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Managing the meadows

Left alone, the meadows would become overgrown with scrub and then gradually revert to oak woodland.  Scrub is a valuable habitat for wildlife and we keep some areas in that stage of development.  Herb-rich lowland meadow is a rare and threatened habitat, though, so we manage most of the field area for wildflowers.   Back to HOME

The main need is for annual mowing to prevent the scrub vegetation from getting established.  Timing of cutting matters as you don't want to cut the flowers down before they set seed -and there are flowers that bloom at different times of the year.  We must also remember that the meadows are a home and a haven for animal life, with many insects having an especially close relationship with the plants.  e.g. the orange tip butterfly pupates on the stalks of plants.  Whatever time you cut you will remove the entire population of orange tips from that area.  We have a regime where 1/3rd is left uncut, 1/3rd is cut mid-summer and 1/3rd is cut late summer.  The late summer 1/3rd is the fist to be cut the following year so that the sections cycle through the regime.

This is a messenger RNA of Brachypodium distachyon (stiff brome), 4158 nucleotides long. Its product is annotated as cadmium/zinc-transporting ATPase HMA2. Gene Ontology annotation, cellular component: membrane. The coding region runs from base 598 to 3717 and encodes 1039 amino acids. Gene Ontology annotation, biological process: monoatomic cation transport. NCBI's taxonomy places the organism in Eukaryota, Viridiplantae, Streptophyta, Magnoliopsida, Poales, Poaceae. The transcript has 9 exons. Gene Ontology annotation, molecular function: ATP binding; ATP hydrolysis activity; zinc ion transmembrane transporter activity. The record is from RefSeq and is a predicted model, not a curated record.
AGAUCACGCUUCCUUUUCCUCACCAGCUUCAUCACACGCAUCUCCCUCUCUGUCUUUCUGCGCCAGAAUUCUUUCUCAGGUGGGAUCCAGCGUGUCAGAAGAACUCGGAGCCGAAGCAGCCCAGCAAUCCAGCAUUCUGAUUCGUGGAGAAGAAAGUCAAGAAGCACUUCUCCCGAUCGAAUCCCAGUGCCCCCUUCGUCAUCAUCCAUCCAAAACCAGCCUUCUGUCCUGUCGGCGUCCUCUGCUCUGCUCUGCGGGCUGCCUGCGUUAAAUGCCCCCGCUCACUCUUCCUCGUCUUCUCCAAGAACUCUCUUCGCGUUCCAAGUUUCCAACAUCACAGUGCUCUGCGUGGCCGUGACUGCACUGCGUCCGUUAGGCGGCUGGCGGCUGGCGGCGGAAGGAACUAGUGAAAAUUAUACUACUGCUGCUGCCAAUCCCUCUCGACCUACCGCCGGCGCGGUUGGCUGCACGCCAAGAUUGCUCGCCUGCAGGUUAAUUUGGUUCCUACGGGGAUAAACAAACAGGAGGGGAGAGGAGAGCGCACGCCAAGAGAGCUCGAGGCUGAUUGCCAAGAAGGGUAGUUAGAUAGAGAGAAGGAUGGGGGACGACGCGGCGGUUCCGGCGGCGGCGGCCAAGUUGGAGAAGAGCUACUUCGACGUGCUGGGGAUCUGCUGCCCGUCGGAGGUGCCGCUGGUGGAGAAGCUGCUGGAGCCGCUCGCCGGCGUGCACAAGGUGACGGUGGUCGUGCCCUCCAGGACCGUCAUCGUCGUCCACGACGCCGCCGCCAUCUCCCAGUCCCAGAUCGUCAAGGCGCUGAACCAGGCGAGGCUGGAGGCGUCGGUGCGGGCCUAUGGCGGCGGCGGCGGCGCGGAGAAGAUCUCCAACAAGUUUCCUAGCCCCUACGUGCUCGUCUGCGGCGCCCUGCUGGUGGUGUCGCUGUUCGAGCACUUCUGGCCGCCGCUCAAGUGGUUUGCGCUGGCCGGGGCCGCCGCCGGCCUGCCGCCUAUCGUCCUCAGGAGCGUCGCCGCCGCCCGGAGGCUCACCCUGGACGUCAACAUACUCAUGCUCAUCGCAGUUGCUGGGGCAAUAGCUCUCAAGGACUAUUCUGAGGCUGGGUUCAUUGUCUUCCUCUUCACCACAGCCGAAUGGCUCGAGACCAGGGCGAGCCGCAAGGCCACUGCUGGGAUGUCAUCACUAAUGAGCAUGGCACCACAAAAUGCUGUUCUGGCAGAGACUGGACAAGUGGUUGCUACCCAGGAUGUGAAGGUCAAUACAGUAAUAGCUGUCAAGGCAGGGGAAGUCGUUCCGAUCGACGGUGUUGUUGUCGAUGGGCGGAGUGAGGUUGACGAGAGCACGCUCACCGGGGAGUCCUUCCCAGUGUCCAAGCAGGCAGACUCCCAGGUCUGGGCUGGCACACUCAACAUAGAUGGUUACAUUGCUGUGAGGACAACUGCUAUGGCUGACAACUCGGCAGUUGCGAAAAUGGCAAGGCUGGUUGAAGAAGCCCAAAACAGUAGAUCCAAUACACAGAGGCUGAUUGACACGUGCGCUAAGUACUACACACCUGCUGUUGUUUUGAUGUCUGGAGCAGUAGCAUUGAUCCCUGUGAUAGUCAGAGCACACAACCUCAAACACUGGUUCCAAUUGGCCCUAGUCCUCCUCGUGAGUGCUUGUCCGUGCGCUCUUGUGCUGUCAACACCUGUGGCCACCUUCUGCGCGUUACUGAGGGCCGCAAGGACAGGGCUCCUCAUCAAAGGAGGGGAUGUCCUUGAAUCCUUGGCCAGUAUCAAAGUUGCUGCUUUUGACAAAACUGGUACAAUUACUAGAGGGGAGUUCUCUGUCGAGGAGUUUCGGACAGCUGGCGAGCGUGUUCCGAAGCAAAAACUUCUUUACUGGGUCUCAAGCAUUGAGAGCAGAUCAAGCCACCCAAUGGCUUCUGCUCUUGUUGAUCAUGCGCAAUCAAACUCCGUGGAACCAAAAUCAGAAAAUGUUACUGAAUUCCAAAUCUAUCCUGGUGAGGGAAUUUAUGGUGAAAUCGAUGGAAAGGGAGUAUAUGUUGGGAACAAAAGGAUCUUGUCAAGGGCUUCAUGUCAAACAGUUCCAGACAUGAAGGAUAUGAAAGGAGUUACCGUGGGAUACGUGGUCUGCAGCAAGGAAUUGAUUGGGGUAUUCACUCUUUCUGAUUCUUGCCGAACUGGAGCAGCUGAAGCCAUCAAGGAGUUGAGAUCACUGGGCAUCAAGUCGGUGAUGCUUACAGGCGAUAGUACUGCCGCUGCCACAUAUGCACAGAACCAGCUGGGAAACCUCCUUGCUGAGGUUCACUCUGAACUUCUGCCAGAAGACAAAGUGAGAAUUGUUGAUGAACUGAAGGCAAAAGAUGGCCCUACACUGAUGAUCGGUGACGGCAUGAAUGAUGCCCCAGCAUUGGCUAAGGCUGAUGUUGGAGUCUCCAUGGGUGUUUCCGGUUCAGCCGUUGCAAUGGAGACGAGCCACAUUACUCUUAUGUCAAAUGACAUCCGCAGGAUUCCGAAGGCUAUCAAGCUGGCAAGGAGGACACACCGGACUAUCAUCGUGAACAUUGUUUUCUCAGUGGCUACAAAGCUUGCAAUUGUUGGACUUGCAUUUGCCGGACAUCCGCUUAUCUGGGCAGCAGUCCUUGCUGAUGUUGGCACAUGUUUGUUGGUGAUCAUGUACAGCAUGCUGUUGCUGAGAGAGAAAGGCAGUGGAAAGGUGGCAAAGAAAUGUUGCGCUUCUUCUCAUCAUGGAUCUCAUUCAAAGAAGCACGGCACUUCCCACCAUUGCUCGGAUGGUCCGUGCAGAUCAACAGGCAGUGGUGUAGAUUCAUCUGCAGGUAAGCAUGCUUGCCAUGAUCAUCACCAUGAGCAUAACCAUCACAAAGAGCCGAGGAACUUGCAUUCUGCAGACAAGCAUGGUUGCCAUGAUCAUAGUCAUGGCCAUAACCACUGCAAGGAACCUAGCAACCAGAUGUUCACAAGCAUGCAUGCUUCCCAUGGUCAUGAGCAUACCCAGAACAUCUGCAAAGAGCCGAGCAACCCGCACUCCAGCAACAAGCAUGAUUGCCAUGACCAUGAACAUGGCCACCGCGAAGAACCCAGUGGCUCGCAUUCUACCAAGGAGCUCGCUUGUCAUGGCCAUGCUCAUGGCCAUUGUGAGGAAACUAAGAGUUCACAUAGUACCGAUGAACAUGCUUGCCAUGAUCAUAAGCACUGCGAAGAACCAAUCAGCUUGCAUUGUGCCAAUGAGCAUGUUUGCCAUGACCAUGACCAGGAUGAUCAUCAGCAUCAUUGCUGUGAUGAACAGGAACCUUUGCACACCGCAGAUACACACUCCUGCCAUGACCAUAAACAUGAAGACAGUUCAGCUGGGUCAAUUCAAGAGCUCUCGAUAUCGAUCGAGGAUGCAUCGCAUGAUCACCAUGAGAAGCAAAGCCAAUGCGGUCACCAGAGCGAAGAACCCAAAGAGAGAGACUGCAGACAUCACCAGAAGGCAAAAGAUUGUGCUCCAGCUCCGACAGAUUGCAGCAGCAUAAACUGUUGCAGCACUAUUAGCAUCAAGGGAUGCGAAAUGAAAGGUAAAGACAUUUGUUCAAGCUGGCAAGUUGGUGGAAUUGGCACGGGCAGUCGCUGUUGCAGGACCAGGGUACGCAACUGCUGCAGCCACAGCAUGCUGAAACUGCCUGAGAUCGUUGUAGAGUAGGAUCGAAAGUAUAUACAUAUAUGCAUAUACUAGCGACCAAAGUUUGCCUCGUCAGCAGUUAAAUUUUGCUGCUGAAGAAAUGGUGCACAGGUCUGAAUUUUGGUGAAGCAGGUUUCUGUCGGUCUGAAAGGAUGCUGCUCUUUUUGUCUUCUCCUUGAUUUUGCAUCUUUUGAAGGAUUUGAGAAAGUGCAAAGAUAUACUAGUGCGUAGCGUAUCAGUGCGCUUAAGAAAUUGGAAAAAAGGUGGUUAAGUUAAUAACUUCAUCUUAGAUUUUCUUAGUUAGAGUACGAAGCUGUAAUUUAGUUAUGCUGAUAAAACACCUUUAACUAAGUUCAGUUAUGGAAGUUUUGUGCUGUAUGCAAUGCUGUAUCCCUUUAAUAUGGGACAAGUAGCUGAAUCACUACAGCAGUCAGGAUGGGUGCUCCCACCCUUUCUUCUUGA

Cutting long grass is not easy without heavy machinery but it can be done.  We make the first cut with a wheeled strimmer.  This is eased through the field to cut a swathe which is clear of long grass.

Once a starting cut has been made with the wheeled strimmer we continue the cutting with a standard ride-on mower.  Where it is heavy going we just cut off a narrow strip at a time.  Where the going is easier the full mower's width can be cut.  So long as there is clear space to throw the cuttings to one side there is no undue strain on the mower.

Once the grass is cut the ride-on can be used to throw the cut grass into windrows

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